Oh, yeah! It's the gift that keeps on giving fluffy baked goods! And thanks for the props on such a simple thing. I'm constantly inspired by you and what you accomplish! Giving thanks to the blogosphere and Ms. P!

January 24, 2011 | Unregistered CommenterJulia

If I just need a quick bit of buttermilk for a recipe, I usually use milk & rice wine vinegar - not quite as sharp as white vinegar, and not as distinct as lemon. Mostly, I use buttermilk I've saved from making butter. Like you, I'm planning to get more into making yogurt and cheese this year, but I have been having great fun making my own butter for the last year and a half or so.

January 24, 2011 | Unregistered CommenterBladerunner

nice one! i love homemade buttermilk! and it's true, when you have it around the fridge, there is always something to make with it. i like to do lassis! :)

January 25, 2011 | Unregistered Commentertigress

You can make sour cream this same way. I do that just before Christmas when I had a container of cream that was going to go bad before we got back from visiting relatives. Sour cream and buttermilk have a much longer shelf life.

It does get to be a challenge using up a whole jar of buttermilk every three weeks or so, though. Some people drink it, and of course you can make lots of cakes and muffins, but we needed to find some other options. I now use some to make loaves of buttermilk-oat bread for sandwiches and use it to marinade chicken. I sometimes throw lots of garam masala in the buttermilk and marinade the chicken before making curry, and the buttermilk really helps the spices get into the meat, not to mention tenderizing it.

January 25, 2011 | Unregistered CommenterJanet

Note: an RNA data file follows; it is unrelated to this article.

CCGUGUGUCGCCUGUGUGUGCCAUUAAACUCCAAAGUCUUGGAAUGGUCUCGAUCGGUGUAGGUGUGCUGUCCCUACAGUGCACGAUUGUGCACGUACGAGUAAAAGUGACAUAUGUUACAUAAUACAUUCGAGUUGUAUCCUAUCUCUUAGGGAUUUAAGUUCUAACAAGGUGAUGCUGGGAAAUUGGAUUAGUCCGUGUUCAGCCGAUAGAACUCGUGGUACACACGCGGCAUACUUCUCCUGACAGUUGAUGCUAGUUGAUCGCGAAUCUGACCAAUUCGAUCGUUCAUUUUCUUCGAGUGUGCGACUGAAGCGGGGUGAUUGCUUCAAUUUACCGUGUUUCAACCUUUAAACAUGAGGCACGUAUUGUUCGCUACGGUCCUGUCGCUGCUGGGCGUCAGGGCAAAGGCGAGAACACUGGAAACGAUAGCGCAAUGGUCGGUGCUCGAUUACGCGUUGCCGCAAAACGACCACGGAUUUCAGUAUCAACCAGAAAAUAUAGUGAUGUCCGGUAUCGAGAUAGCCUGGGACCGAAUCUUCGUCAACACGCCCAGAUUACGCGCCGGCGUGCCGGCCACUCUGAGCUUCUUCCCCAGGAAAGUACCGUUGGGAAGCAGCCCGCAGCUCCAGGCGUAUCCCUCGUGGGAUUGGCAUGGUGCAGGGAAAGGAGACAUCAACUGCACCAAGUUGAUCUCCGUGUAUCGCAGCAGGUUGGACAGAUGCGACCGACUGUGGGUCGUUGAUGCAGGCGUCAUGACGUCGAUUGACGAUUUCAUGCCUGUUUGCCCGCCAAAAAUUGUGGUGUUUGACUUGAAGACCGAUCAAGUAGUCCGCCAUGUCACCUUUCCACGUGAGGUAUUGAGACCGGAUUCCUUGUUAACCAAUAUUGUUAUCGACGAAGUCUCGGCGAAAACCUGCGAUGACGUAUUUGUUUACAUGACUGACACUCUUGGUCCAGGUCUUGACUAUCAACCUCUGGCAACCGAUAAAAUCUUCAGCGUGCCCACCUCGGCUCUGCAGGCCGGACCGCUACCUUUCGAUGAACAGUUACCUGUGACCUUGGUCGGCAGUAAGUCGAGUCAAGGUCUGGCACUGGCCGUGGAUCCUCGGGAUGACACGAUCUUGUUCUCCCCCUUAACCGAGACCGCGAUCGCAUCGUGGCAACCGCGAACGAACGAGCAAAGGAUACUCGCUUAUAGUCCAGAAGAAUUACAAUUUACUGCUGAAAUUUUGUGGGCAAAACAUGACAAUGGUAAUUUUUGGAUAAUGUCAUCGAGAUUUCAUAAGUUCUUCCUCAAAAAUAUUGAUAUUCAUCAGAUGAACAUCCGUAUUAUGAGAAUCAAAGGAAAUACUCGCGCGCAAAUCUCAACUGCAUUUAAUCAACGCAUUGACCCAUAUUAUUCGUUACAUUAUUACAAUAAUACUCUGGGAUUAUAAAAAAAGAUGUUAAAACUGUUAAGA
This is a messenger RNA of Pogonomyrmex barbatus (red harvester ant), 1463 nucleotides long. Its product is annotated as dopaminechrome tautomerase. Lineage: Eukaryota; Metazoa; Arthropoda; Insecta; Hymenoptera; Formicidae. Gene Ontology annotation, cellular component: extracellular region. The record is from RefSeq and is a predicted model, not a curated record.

Excellent! We use buttermilk for lots of things. Bread, pancakes, french toast and marinating chicken. I have been making yogurt using store bought yogurt as my starter for quite some time and never even thought to use buttermilk to make buttermilk. Thanks!

January 25, 2011 | Unregistered CommenterDonna Earnshaw

When I make paneer, I save the whey that drains away from the cheese - it can be used for buttermilk or milk in baking recipes (although I don't think I'd drink it or, say, cook oatmeal in it) and keeps for at least a month.

February 1, 2011 | Unregistered Commenterjulia f

I was just thinking I'd look into making my own buttermilk and am thrilled to have found this easy method. I've done a lot of fresh cheese making. It's tons of fun. Definitely do it!

April 5, 2011 | Unregistered CommenterJennifer

I was wondering if the lid matters? Should I buy those plastic lids that are for the mason jars or can I just use the regular metal lid and rims they come with? Thank you for this post, I am so excited about it.

May 2, 2011 | Unregistered CommenterHeather

Oh, you'll be so glad once you've tried this! I've been doing this for quite a while now, and when I buy the cultured buttermilk, distribute 1tablespoon portions into an ice cube tray - freeze it, and when you want to make buttermilk, put a couple of cubes in the bottom of a jar (I use pickle jars for buttermilk, peanut butter jars for yogurt,so we can tell them apart), pour milk in, and put the lid on - let stand at room temp for a day or two until it thickens - much, much easier than making yogurt! Make a few jars at a time, and when you start to run out of starter cubes, start over with some of your own buttermilk! I also freeze my yogurt "starter". Ziploks work best to store the frozen starter cubes, but if you're doing both buttermilk and yogurt, be sure to label them - they're awfully difficult to tell apart once they're frozen!

May 18, 2011 | Unregistered CommenterVicki